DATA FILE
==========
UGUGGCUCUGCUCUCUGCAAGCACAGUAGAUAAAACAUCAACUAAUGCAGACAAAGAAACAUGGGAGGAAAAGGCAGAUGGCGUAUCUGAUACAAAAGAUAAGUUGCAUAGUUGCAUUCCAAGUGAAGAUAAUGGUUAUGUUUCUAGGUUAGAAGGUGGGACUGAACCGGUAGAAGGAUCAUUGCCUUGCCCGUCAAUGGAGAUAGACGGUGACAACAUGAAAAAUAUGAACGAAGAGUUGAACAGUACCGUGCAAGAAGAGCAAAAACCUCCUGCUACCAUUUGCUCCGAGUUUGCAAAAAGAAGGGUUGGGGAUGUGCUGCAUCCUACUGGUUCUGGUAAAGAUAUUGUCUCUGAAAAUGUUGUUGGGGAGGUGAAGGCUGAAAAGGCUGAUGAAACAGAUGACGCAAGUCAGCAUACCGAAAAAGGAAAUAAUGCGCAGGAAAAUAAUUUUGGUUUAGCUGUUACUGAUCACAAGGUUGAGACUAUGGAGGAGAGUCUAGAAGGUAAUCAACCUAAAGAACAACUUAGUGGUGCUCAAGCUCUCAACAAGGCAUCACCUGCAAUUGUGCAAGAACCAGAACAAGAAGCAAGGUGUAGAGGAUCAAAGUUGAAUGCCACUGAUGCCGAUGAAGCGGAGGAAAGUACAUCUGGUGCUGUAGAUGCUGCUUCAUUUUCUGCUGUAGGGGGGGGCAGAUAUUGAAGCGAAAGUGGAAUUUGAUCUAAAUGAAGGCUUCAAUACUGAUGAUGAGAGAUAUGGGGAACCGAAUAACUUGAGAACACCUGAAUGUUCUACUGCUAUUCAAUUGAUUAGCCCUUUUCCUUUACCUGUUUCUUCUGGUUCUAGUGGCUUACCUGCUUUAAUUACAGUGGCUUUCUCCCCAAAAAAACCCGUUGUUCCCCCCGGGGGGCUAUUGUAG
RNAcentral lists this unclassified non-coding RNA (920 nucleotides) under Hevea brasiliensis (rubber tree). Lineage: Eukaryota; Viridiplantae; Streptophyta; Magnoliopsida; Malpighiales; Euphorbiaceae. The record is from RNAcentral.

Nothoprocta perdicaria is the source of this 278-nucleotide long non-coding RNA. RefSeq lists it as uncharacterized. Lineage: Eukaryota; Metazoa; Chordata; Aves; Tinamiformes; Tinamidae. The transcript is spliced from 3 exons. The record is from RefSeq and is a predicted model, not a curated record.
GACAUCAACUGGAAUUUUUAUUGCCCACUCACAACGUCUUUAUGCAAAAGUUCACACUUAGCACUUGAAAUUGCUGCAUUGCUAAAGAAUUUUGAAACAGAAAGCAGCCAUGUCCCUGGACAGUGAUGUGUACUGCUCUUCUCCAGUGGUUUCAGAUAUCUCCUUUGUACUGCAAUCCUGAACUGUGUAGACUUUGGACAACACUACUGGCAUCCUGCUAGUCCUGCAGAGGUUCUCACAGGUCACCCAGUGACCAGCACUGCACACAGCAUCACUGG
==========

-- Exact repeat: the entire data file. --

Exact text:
UGUGGCUCUGCUCUCUGCAAGCACAGUAGAUAAAACAUCAACUAAUGCAGACAAAGAAACAUGGGAGGAAAAGGCAGAUGGCGUAUCUGAUACAAAAGAUAAGUUGCAUAGUUGCAUUCCAAGUGAAGAUAAUGGUUAUGUUUCUAGGUUAGAAGGUGGGACUGAACCGGUAGAAGGAUCAUUGCCUUGCCCGUCAAUGGAGAUAGACGGUGACAACAUGAAAAAUAUGAACGAAGAGUUGAACAGUACCGUGCAAGAAGAGCAAAAACCUCCUGCUACCAUUUGCUCCGAGUUUGCAAAAAGAAGGGUUGGGGAUGUGCUGCAUCCUACUGGUUCUGGUAAAGAUAUUGUCUCUGAAAAUGUUGUUGGGGAGGUGAAGGCUGAAAAGGCUGAUGAAACAGAUGACGCAAGUCAGCAUACCGAAAAAGGAAAUAAUGCGCAGGAAAAUAAUUUUGGUUUAGCUGUUACUGAUCACAAGGUUGAGACUAUGGAGGAGAGUCUAGAAGGUAAUCAACCUAAAGAACAACUUAGUGGUGCUCAAGCUCUCAACAAGGCAUCACCUGCAAUUGUGCAAGAACCAGAACAAGAAGCAAGGUGUAGAGGAUCAAAGUUGAAUGCCACUGAUGCCGAUGAAGCGGAGGAAAGUACAUCUGGUGCUGUAGAUGCUGCUUCAUUUUCUGCUGUAGGGGGGGGCAGAUAUUGAAGCGAAAGUGGAAUUUGAUCUAAAUGAAGGCUUCAAUACUGAUGAUGAGAGAUAUGGGGAACCGAAUAACUUGAGAACACCUGAAUGUUCUACUGCUAUUCAAUUGAUUAGCCCUUUUCCUUUACCUGUUUCUUCUGGUUCUAGUGGCUUACCUGCUUUAAUUACAGUGGCUUUCUCCCCAAAAAAACCCGUUGUUCCCCCCGGGGGGCUAUUGUAG
RNAcentral lists this unclassified non-coding RNA (920 nucleotides) under Hevea brasiliensis (rubber tree). Lineage: Eukaryota; Viridiplantae; Streptophyta; Magnoliopsida; Malpighiales; Euphorbiaceae. The record is from RNAcentral.

Nothoprocta perdicaria is the source of this 278-nucleotide long non-coding RNA. RefSeq lists it as uncharacterized. Lineage: Eukaryota; Metazoa; Chordata; Aves; Tinamiformes; Tinamidae. The transcript is spliced from 3 exons. The record is from RefSeq and is a predicted model, not a curated record.
GACAUCAACUGGAAUUUUUAUUGCCCACUCACAACGUCUUUAUGCAAAAGUUCACACUUAGCACUUGAAAUUGCUGCAUUGCUAAAGAAUUUUGAAACAGAAAGCAGCCAUGUCCCUGGACAGUGAUGUGUACUGCUCUUCUCCAGUGGUUUCAGAUAUCUCCUUUGUACUGCAAUCCUGAACUGUGUAGACUUUGGACAACACUACUGGCAUCCUGCUAGUCCUGCAGAGGUUCUCACAGGUCACCCAGUGACCAGCACUGCACACAGCAUCACUGG